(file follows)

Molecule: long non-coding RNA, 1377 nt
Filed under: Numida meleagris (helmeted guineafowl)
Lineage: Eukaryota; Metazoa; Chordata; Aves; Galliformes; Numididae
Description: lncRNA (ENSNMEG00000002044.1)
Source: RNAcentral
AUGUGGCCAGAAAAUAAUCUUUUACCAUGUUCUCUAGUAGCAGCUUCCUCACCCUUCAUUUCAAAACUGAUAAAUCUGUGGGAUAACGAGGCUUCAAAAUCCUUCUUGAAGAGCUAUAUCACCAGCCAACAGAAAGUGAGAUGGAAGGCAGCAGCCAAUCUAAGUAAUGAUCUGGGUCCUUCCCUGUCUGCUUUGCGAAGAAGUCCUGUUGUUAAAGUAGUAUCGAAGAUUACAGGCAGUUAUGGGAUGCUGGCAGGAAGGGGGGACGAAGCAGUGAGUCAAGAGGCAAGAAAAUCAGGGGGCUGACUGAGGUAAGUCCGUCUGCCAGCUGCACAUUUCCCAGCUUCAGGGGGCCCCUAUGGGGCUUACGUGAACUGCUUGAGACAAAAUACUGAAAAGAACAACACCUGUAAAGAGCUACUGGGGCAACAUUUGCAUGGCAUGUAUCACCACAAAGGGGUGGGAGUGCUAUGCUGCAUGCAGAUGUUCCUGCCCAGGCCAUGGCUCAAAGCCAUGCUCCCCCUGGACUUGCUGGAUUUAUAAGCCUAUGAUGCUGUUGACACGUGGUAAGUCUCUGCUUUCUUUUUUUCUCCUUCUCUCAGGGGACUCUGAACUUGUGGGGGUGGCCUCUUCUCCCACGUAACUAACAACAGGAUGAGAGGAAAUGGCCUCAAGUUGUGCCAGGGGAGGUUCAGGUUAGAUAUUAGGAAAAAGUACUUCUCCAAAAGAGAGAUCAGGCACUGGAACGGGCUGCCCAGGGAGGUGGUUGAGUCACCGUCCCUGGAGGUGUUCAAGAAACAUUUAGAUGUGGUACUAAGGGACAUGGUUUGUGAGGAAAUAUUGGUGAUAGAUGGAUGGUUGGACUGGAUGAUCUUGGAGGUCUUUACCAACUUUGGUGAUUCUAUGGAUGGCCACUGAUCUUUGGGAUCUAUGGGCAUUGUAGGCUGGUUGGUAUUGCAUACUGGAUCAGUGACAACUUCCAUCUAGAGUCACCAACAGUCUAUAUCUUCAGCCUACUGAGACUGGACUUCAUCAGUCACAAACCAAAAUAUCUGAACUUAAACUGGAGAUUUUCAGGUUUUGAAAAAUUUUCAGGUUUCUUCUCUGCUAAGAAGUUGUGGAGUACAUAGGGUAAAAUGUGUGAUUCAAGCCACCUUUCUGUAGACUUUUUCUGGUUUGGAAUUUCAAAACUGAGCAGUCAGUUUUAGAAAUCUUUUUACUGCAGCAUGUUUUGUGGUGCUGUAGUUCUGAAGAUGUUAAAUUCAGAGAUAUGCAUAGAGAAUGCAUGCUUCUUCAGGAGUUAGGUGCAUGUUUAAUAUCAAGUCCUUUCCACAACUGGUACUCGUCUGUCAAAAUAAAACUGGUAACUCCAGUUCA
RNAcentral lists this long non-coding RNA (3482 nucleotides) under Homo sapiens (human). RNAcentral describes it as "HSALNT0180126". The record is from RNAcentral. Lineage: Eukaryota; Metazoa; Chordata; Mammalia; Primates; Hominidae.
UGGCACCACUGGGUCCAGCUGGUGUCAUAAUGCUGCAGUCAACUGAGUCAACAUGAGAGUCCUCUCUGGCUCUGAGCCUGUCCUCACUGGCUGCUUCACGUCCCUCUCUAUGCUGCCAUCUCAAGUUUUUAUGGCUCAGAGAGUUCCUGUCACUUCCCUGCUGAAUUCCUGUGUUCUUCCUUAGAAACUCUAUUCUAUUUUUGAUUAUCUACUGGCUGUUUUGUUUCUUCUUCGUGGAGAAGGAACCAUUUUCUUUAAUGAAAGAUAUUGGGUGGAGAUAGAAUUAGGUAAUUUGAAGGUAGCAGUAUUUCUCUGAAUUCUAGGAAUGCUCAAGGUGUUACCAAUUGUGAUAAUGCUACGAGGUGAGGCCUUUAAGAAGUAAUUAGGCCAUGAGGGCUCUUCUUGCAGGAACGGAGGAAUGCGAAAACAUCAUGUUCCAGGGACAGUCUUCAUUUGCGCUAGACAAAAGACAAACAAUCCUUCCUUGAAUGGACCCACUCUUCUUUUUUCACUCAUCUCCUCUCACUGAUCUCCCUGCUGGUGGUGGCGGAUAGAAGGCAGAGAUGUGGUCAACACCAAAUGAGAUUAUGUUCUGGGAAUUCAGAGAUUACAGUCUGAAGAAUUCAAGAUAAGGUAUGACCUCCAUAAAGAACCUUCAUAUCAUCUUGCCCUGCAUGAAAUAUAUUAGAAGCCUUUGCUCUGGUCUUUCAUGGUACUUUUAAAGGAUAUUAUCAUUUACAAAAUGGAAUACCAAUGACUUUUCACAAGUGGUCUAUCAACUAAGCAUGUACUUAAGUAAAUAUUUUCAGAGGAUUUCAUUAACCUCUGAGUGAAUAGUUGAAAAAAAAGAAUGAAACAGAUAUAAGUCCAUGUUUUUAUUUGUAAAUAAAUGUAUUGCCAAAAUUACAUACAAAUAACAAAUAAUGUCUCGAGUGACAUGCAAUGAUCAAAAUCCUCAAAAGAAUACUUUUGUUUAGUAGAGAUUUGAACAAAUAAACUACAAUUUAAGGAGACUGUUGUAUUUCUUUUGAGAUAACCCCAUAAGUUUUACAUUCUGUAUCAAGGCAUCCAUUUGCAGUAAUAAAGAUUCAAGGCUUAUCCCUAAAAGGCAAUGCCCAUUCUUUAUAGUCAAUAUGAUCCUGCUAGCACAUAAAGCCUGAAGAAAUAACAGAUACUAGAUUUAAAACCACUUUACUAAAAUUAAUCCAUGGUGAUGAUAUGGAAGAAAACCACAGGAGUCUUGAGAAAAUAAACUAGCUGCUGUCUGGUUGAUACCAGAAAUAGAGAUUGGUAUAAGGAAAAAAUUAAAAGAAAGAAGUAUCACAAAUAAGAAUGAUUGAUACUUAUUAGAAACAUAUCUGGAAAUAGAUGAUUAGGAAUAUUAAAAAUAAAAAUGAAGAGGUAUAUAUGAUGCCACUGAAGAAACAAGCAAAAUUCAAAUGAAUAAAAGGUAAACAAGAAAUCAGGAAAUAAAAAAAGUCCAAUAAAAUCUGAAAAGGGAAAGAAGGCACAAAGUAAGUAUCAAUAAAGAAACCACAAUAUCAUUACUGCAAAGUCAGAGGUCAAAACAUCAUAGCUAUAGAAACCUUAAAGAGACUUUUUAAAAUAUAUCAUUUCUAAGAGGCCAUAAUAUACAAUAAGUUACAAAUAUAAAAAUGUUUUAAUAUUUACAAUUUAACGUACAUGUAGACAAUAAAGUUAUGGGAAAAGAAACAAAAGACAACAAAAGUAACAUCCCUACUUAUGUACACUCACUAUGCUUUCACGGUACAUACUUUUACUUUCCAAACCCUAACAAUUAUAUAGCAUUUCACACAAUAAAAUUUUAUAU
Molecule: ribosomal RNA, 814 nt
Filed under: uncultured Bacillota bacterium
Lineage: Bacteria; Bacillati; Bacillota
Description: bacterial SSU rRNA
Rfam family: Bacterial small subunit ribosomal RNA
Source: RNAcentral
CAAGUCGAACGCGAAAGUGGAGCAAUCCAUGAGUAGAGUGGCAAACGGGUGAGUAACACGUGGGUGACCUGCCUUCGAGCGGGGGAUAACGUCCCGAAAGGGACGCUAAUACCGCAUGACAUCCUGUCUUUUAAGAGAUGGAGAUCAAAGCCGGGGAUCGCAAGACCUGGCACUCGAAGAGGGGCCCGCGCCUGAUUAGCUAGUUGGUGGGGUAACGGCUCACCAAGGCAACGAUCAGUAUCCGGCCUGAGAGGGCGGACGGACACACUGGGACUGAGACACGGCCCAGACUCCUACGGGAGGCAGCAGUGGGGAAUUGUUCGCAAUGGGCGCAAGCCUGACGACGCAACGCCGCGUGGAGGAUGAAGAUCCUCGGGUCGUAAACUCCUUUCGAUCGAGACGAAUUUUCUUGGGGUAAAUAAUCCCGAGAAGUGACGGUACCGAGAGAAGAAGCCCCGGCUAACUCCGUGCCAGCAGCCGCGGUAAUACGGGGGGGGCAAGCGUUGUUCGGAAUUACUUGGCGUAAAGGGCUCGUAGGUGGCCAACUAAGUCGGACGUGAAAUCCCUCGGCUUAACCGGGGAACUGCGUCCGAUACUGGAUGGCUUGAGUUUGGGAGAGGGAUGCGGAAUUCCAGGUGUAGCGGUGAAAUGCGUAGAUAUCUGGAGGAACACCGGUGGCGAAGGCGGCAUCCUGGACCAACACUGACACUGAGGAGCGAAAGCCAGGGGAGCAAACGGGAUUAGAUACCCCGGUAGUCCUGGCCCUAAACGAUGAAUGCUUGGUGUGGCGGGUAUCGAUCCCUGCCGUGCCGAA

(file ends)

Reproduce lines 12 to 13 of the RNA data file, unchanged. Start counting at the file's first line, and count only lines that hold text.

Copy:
Description: bacterial SSU rRNA
Rfam family: Bacterial small subunit ribosomal RNA